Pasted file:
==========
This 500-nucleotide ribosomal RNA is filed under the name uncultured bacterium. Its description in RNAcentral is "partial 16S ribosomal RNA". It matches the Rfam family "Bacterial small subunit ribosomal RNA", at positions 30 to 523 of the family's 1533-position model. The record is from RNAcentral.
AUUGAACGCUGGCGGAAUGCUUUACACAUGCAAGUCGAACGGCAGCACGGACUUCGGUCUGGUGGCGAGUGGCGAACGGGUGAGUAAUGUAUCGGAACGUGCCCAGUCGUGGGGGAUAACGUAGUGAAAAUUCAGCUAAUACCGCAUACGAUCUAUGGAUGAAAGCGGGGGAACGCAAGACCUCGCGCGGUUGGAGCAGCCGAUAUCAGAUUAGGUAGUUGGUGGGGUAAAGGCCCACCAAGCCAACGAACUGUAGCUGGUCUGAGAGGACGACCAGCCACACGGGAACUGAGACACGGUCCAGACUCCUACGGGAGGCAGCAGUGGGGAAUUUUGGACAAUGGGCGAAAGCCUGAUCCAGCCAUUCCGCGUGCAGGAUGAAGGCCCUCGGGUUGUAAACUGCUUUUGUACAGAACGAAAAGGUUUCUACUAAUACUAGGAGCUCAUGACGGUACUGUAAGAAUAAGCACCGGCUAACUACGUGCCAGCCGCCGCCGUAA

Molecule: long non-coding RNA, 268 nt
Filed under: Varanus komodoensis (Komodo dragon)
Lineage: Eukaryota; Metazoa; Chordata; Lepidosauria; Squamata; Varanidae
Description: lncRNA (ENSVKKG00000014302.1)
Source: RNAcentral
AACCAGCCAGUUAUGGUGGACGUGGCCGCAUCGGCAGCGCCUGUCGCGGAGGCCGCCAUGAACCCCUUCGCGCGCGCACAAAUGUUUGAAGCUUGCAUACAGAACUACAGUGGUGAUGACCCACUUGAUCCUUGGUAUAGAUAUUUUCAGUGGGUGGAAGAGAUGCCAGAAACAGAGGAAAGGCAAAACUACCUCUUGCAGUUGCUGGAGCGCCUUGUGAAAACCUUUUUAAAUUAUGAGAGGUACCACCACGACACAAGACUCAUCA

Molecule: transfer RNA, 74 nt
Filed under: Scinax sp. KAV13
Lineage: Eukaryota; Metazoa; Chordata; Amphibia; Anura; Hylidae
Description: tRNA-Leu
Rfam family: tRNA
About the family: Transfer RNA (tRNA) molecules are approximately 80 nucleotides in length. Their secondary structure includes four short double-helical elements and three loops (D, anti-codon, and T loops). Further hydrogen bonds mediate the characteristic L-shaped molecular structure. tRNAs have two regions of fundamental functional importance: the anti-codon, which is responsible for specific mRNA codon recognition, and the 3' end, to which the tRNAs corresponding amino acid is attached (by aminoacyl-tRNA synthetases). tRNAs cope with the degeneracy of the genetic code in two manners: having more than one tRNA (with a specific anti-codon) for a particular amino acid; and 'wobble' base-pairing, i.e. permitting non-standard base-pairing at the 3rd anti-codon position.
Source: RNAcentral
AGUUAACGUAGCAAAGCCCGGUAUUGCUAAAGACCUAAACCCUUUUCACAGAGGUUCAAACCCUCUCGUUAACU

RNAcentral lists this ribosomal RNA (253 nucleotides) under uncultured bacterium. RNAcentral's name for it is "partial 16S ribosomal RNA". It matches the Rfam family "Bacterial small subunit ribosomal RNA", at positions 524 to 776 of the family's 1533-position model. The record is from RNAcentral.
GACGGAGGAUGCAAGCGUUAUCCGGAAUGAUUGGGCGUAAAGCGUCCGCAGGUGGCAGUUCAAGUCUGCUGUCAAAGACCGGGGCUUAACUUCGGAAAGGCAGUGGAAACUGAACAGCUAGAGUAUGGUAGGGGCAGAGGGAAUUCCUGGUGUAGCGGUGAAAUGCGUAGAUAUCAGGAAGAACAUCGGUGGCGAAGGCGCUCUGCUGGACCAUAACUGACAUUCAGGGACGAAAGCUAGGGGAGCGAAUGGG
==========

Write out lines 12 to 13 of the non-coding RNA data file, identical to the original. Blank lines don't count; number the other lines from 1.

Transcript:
Description: tRNA-Leu
Rfam family: tRNA